Today, the company has 60 employees, most of them women, and each of the three celebrity style editors holds a  minority stake in the business. On the website, models pose in elegant pieces in contemporary silhouettes that often come with a stylish twist—a flattering ruffle, perhaps, or a crochet detail. It says a lot that TheLabelLife.com’s signature product is a white shirt, which the brand updates every month with a new style.

Sukhtankar says her goal was to keep the products accessible, without resorting to heavy discounts like other e-commerce players. Accessories start at Rs500 and many items are priced at around Rs2,500, coming in fairly close to the cost of the options on offer at older workwear brands such as Van Heusen for women, among others. And despite a lack of discounts, revenue at TheLabelLife.com has grown three times over the past year, with most of the company’s customers located in big cities such as Delhi, Mumbai, Pune, and Bengaluru.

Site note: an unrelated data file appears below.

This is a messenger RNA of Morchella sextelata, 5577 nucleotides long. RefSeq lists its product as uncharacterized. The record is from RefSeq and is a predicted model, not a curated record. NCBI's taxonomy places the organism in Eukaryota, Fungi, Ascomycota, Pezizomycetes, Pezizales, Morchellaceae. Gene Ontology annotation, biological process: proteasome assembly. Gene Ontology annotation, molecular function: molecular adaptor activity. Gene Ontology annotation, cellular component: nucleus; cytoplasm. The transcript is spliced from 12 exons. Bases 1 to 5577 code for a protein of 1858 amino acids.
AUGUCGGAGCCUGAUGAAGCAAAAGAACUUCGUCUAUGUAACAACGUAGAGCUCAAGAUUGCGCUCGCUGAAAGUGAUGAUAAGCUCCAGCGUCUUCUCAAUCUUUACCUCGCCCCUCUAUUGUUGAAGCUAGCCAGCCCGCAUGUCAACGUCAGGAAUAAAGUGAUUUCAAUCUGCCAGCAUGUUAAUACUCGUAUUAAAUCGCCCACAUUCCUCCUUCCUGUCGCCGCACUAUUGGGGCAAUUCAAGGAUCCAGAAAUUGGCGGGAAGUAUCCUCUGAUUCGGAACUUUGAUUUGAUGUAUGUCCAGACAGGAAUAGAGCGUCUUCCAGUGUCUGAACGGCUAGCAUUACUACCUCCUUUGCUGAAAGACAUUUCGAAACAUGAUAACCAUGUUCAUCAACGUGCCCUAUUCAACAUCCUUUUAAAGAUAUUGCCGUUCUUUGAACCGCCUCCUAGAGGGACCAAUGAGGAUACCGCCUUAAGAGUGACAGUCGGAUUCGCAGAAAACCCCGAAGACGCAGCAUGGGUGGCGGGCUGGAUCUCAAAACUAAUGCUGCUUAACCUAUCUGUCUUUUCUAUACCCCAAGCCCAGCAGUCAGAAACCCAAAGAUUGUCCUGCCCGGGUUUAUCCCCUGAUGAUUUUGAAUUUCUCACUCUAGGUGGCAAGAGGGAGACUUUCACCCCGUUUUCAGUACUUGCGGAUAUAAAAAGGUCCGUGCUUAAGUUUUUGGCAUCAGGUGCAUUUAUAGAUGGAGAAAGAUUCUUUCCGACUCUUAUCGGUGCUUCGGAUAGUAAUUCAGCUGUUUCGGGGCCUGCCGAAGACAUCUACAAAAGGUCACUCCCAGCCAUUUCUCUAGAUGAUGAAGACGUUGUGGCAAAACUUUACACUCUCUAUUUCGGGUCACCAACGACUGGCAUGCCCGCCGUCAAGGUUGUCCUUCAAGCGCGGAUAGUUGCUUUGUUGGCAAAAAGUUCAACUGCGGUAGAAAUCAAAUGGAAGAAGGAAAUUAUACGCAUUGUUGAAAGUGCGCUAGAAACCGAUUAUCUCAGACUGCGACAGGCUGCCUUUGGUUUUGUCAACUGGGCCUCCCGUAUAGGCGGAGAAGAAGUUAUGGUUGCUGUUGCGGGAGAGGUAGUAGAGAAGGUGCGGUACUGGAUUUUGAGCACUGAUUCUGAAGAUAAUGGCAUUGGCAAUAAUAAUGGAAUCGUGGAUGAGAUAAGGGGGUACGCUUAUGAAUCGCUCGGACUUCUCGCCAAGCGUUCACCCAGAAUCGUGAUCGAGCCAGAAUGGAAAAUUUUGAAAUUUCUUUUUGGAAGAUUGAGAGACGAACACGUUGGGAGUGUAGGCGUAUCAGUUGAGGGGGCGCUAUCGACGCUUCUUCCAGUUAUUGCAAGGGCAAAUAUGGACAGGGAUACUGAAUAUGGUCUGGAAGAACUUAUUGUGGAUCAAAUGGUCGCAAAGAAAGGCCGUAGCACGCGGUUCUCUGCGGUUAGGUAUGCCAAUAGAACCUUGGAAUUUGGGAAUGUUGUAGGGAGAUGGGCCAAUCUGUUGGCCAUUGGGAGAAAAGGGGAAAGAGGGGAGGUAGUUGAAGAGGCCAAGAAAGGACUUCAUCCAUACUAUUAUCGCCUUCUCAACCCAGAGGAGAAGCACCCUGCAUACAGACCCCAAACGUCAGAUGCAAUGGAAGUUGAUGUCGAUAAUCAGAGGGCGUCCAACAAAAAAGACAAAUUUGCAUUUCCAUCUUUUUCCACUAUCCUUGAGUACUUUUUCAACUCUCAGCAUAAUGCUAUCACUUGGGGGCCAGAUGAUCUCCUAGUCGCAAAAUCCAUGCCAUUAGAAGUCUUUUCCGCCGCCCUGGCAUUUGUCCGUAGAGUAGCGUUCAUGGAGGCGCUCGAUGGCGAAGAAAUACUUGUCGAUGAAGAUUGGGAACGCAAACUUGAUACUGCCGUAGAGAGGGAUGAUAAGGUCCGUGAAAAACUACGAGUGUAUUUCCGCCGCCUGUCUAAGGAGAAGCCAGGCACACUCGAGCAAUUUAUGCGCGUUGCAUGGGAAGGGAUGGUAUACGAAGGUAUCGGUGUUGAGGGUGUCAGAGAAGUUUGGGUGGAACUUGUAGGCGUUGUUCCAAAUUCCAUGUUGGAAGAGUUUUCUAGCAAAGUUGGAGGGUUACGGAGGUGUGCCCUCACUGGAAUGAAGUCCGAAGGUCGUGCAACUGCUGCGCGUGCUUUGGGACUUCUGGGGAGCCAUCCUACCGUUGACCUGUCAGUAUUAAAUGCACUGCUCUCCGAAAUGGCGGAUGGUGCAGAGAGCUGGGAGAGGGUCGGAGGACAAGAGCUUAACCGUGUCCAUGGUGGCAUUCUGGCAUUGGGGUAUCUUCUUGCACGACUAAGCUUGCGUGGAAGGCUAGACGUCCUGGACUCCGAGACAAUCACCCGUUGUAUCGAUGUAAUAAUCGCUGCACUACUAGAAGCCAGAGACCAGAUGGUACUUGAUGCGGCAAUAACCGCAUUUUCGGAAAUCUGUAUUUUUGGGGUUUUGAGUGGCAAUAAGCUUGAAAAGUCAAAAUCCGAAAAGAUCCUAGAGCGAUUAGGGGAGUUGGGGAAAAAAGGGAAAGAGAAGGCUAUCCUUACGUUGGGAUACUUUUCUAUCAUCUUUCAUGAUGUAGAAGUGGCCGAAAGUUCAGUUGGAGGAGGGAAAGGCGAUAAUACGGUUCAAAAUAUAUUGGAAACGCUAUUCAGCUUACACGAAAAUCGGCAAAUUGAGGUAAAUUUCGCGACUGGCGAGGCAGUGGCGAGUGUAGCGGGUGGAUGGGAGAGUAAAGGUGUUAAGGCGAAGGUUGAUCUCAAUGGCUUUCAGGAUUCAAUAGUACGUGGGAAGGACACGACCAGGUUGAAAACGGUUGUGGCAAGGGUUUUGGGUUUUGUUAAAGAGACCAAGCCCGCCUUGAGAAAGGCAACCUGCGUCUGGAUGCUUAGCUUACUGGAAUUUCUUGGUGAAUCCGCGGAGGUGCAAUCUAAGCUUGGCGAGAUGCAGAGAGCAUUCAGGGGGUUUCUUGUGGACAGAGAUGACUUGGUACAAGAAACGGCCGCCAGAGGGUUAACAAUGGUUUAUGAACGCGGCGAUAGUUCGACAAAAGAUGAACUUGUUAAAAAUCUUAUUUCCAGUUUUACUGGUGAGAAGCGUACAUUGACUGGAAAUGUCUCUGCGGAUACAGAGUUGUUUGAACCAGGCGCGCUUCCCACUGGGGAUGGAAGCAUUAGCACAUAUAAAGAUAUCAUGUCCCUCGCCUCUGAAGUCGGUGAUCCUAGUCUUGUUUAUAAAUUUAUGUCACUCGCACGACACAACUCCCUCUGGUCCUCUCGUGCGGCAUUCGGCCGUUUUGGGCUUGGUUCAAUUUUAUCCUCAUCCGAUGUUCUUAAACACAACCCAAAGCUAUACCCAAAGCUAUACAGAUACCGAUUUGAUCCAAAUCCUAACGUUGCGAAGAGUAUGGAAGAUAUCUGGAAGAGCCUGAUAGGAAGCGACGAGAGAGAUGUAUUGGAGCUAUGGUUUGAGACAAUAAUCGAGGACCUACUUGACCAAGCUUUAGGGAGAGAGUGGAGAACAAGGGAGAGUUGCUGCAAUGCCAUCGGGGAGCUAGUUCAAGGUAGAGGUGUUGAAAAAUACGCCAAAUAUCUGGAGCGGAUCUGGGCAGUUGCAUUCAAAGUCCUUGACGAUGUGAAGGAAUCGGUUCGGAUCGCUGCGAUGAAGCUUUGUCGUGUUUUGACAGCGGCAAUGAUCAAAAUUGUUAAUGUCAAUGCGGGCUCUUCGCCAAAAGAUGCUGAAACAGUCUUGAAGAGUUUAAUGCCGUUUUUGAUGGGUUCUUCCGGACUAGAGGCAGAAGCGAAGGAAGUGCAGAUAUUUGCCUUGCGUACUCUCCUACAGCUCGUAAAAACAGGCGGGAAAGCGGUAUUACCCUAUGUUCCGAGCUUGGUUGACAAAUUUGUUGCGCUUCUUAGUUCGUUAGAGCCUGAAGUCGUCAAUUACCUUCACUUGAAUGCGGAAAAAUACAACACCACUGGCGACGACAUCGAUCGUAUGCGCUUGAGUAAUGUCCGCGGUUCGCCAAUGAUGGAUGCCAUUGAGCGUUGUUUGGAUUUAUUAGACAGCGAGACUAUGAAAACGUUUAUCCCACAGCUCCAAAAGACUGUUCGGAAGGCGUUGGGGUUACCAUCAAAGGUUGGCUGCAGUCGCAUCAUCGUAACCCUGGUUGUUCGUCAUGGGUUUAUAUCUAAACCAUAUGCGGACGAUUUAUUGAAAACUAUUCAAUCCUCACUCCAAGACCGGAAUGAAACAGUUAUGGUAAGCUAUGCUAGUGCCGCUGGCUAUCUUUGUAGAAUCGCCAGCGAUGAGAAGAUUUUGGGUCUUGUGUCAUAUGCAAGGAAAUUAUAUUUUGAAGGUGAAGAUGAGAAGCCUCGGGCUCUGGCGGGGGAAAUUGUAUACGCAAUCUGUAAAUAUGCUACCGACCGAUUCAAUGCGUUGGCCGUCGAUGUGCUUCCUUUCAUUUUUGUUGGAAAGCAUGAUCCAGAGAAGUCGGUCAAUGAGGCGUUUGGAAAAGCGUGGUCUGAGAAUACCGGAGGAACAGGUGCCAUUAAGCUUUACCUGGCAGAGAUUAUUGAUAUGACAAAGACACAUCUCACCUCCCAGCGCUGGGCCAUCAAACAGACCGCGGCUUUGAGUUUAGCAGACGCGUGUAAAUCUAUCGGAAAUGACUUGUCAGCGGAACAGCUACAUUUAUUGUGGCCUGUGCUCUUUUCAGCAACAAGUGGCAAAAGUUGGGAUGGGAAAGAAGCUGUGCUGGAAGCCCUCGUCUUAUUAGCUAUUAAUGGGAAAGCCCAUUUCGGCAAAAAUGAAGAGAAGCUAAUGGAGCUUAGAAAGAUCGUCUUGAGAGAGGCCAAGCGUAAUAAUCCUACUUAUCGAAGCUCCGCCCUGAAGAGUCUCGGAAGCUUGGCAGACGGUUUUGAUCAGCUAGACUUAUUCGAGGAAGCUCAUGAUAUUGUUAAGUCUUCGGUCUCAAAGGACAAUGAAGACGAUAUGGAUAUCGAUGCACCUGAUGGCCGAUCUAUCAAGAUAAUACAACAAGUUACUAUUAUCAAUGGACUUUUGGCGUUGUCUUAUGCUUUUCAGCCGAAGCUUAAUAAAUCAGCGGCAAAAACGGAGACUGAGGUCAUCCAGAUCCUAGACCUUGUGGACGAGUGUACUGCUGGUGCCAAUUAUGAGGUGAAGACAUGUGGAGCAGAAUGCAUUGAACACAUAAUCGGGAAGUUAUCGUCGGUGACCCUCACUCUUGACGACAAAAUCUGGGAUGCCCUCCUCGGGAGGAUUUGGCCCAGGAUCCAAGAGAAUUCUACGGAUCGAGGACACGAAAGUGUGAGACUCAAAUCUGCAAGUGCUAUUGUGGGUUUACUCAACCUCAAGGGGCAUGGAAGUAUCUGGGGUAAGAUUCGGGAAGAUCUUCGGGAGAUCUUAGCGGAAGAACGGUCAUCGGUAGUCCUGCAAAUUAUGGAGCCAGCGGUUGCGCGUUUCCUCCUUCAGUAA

For Nonita Kalra, editor of fashion magazine Harper’s Bazaar India and a one-time colleague of Sukhtankar, the success of TheLabelLife.com has a lot to do with the use of accessible celebrity style editors like Arora, who is also a mother, besides being a popular actress and model. Moreover, she says, the brand’s effective curation and storytelling appeal to the thousands of upwardly mobile, aspirational Indian women for whom fashion is a way of life, and goes far beyond just clothes. Offering carefully selected home decor, accessories, and clothing, TheLabelLife.com is almost a one-stop shop for working women looking for long-lasting, classic pieces.

“Earlier you had to go hunting; you’d have to go to four or five different websites. Here she just gives it to you in one place,” Kalra told Quartz.

And Indian shoppers are routinely returning for more. There was once a time when weekends meant a drop in traffic, but with the Sunday Surprise, loyal customers are now more eager than ever to see if their favourite product is featured for Rs1,000. Sukhtankar says her team usually picks out an item that a lot of people have been looking at, and, on most weeks, the company sells out of it by noon.

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